While there are many key factors to living a long life apparently where you live may be among the more important factors. According to recent World Health Organization (WHO) study there is a major divide between the rich and the poor with regard to life expectancy.
The study shows that while low-income countries have made progress, with an average increase in life expectancy by 9 years from 1990 to 2012, a child born in 2012 in a high-income country has a far greater chance to live a much longer life than those born in low income countries.
"An important reason why global life expectancy has improved so much is that fewer children are dying before their fifth birthday," explained Dr. Margaret Chan, WHO director-general. "But there is still a major rich-poor divide: people in high-income countries continue to have a much better chance of living longer than people in low-income countries."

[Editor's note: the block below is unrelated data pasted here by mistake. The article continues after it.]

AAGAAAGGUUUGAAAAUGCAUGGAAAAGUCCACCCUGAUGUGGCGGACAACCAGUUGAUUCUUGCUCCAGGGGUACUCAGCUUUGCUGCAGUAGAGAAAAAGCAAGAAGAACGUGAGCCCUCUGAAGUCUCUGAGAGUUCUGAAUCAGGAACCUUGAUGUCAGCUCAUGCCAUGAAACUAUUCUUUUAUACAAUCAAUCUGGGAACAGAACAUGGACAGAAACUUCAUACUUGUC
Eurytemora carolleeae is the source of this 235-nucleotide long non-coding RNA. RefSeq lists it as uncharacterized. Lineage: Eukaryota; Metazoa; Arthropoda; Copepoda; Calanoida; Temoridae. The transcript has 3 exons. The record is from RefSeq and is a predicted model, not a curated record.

The numbers are very telling with regard to this trend and the numbers are even more telling when you separate males from females. According the WHO report, a boy born in 2012 in a high-income country can expect to live to the age of around 76, about16 years longer than a boy born in a low-income country (age 60). For girls, the difference is even wider; a gap of 19 years separates life expectancy in high-income (82 years) and low-income countries (63 years).
The report points out much of the gain in life expectancy in high-income countries is due to the success they are having in tackling non-communicable diseases as the researchers have discovered that fewer men and women are dying before they get to their 60th birthday from heart disease and stroke. As an example the study points out the more wealthy countries have clearly become better at monitoring and managing high blood pressure.
As far as what countries people are living longest in - for men Iceland heads the list with a life expectancy of 81.2 years and for women it's Japan at 87. Rounding out the top for five countries for men were Switzerland (80.7), Australia (80.5), Israel (80.2) and Singapore (80.2). On the women's side the top five countries they are living longest in after Japan were Spain (85.1), Switzerland (85.1), Singapore (85.1) and Italy (85).